Heroes Often Turn Villans

Lots of random artifacts come out in the mainstream media that once belonged to Gaddafi. Today I watched a home video where he sits on a couch and kids around with his grand children.  There he is, grandpa Muammar who clearly loves his grandchildren, same guy who ordered the mass murder of political prisoners, same guy who thought it was a good idea to start the African Union. The Dutch newspaper ran a series of photos of the Colonel, from his rise to power as a young charismatic military man to his last few years looking like the political Michael Jackson. This is was no monster. Yet he did monstrous things.

José dos Santos in Angola has been president for 32 years. He is, behind all the political pageantry, a dictator. But once upon a time, his party was the voice of reason under the brutal Portuguese colonial system. They helped liberate the country and went on to fight a civil war against what may or may not have been a madman (Jonas Savimbi). But here they are, 2011, the enemy of human rights and the antithesis of a party that was supposed to improve the quality of life for all Angolans.

Fidel Castro. Robert Mugabe. The ANC in South Africa. Bad comparisons? Perhaps. But the list of leaders and movements that started as heroes and later became something other than good to their fellow citizens is long. Whats more, it is often not possible for these leaders to recognize what they have become. They honestly seem to believe they are still doing what is right and fighting the good fight.  Later some of these people are called monsters for the crimes they commit during their reign. But in reality, monsters are just people. Grandpa Muammar was Colonel murderer, and everything in between.

What we the observers of this world and the reporters that try to explain it all need to do, is not turn everything into some easy to swallow version of the truth. The truth is not black and white, it is grey. And by pretending it isn’t, we make it more possible for the same scenarios to keep playing themselves out. Yes, you might be the hero today, and that is wonderful. But remember, years later when you still think you’re the hero, you probably aren’t.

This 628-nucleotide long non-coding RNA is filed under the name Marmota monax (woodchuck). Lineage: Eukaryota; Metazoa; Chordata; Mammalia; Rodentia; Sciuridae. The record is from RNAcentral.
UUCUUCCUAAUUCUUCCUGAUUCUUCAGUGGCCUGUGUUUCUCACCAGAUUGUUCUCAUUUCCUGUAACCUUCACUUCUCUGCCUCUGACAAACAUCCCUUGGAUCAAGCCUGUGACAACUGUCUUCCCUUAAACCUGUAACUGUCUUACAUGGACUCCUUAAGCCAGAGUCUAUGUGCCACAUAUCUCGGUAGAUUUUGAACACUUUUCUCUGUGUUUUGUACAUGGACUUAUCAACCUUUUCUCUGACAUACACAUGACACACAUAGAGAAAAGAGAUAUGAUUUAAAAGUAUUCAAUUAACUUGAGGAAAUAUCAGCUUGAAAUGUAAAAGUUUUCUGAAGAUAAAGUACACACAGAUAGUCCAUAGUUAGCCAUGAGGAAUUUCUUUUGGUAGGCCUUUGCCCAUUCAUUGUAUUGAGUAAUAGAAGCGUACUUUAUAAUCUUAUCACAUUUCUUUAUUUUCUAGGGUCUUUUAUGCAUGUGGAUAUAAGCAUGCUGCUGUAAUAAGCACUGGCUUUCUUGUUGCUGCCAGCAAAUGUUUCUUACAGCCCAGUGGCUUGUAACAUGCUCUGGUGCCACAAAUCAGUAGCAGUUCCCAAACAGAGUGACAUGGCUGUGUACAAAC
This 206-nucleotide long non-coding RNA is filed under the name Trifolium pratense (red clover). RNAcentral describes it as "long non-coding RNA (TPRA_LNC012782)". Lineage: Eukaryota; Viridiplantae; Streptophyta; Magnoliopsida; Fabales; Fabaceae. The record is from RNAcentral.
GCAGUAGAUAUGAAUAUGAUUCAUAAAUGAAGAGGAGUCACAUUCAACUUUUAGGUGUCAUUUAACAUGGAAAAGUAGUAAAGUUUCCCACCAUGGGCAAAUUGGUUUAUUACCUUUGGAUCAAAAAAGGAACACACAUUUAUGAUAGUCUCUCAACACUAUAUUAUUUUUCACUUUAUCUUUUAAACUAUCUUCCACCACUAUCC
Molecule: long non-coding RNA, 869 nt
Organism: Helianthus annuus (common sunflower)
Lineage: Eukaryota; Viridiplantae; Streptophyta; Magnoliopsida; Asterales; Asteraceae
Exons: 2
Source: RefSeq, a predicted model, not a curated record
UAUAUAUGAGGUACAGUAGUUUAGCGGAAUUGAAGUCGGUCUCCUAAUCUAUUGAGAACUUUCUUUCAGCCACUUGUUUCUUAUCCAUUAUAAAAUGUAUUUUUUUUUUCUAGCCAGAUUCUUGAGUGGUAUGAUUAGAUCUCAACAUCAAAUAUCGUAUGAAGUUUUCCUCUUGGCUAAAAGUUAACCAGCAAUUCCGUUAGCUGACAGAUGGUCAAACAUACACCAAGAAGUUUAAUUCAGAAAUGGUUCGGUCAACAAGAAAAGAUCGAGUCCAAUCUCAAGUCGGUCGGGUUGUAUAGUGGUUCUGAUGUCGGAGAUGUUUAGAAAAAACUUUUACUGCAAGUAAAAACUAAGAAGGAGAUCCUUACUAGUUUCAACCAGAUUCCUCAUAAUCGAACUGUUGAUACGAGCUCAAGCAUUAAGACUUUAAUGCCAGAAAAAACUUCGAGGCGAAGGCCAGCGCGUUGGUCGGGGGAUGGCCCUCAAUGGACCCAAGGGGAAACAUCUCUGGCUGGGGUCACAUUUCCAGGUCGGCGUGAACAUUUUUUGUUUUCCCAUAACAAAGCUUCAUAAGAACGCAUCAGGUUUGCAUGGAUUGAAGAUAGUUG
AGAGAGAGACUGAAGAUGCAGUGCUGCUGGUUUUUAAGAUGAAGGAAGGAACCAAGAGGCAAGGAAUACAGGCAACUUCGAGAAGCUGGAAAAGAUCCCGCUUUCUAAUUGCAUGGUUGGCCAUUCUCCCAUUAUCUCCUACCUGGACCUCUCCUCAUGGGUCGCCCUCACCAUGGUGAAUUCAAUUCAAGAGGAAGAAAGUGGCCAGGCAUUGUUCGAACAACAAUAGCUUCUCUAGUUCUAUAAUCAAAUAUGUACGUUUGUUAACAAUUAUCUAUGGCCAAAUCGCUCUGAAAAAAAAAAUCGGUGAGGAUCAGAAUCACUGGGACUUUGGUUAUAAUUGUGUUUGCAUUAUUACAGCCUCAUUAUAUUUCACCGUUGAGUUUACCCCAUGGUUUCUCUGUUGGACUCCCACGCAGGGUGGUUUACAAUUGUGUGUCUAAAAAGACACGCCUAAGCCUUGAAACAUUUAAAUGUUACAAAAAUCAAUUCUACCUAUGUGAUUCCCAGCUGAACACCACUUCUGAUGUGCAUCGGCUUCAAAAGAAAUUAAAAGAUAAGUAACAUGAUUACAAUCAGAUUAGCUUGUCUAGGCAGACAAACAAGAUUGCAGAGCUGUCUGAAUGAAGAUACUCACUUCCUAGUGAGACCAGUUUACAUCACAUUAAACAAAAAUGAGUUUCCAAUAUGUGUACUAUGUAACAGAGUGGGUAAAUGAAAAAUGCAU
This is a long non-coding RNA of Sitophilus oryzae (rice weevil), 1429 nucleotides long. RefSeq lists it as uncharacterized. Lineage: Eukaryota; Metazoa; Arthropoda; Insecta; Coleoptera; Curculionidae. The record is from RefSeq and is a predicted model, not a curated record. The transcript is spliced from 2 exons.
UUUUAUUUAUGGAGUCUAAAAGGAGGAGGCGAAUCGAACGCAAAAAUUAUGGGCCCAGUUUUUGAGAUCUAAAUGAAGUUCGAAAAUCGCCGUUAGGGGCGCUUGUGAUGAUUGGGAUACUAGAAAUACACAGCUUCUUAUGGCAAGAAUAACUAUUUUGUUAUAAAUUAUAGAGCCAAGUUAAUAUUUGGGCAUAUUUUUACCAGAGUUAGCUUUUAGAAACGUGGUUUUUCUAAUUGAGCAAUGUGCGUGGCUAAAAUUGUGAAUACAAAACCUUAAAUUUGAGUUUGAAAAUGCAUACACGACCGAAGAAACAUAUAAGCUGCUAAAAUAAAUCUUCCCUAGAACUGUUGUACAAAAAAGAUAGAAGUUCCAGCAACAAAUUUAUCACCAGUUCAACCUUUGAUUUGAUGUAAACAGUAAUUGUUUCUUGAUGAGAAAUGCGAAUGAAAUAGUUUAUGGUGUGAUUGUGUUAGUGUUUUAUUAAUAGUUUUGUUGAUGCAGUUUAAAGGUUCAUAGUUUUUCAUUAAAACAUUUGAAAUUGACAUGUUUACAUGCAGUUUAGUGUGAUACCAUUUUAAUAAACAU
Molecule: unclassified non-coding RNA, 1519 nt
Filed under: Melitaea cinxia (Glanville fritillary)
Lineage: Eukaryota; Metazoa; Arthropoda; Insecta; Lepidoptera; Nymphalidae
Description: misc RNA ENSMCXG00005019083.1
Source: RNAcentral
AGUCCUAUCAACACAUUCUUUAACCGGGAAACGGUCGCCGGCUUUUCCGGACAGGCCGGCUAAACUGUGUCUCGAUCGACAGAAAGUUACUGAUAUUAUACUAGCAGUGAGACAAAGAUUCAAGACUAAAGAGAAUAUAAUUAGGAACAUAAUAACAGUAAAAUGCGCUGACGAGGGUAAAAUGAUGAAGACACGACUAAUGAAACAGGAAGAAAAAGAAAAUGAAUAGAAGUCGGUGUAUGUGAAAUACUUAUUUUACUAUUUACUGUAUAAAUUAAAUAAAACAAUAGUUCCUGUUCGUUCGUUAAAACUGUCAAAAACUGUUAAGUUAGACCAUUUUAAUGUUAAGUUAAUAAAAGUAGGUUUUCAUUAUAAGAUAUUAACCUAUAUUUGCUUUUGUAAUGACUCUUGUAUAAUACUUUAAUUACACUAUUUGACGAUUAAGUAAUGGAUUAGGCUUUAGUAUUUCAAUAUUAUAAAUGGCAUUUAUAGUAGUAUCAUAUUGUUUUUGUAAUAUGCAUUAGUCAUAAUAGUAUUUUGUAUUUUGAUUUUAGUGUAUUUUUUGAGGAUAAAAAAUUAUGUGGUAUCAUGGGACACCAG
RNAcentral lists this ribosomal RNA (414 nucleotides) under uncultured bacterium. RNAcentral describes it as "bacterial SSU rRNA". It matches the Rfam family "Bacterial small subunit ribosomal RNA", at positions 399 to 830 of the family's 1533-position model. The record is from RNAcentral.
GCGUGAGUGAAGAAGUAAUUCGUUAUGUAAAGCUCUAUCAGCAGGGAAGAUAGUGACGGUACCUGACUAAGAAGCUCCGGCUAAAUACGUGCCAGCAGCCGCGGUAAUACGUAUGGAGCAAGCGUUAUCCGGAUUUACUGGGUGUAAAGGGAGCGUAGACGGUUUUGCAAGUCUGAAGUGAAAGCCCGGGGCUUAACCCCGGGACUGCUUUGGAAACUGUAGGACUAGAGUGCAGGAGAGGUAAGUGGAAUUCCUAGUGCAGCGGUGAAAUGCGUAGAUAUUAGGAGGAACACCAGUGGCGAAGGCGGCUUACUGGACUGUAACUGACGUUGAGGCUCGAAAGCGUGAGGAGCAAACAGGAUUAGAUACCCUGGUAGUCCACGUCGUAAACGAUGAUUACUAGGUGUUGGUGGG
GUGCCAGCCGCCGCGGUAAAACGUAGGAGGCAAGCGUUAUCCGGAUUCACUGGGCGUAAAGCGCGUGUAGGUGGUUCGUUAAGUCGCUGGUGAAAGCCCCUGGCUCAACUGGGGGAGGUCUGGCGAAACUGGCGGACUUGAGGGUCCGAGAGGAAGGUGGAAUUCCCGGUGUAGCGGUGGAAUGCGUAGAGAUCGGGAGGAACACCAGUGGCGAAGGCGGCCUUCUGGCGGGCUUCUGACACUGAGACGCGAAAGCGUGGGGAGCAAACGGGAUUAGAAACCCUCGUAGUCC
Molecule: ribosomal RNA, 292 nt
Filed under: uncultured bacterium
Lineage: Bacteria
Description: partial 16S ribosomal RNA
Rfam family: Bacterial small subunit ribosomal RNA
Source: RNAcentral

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Summer of Pakistan

Harbor in Karachi /photo by eutrophication&hypoxia

One of the finest and most extensive audio journalism series’ I’ve heard in all the years podcasting has existed, is being produced this summer by Chris Lydon’s Radio Open Source.  His focus has been Pakistan, past, present, and future.  As part of his series, “Another Pakistan,” he has spoken with a cross section of people from politics, industry, activism, entertainment, immigration and more.  In a country that is so important on the world scene, home to cities with a larger population then some countries in Europe, the information contained in these programs is not only interesting, it is vital.  When it comes down to it, what you can learn from such a thorough series is better then anything you’ve learned in high school or that one class on South Asian politics/history you may have taken many years ago.

My favorites out of the series:

1- The Fisherman of Karachi

2 – The Peace that Could Save Pakistan

3 – Pakistan’s Revenge of the 40’s, The the 80’s

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Your 4th of July, Not Mine

It’s is the first time in many years that I am back in the US during the 4th of July celebrations.  While I enjoy a BBQ with friends and family today, I’ll also not forget the powerful words of Frederick Douglass back in 1852.  In this video entry I read an except from that speech.

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ctrp381 Language and War in Georgia

Old TbilisiDriving outside of Tbilisi on the way to the ancient city Mtskheta, my hosts and I talk about Georgian language and how it has been effected by decades of Soviet Occupation and migration patterns. We also delve into Russian-Georgian relations today and how war is still very much part of the language and memory of the nation.

You can follow one of the guests on this episode via his twitter account. The other guest will remain anonymous.

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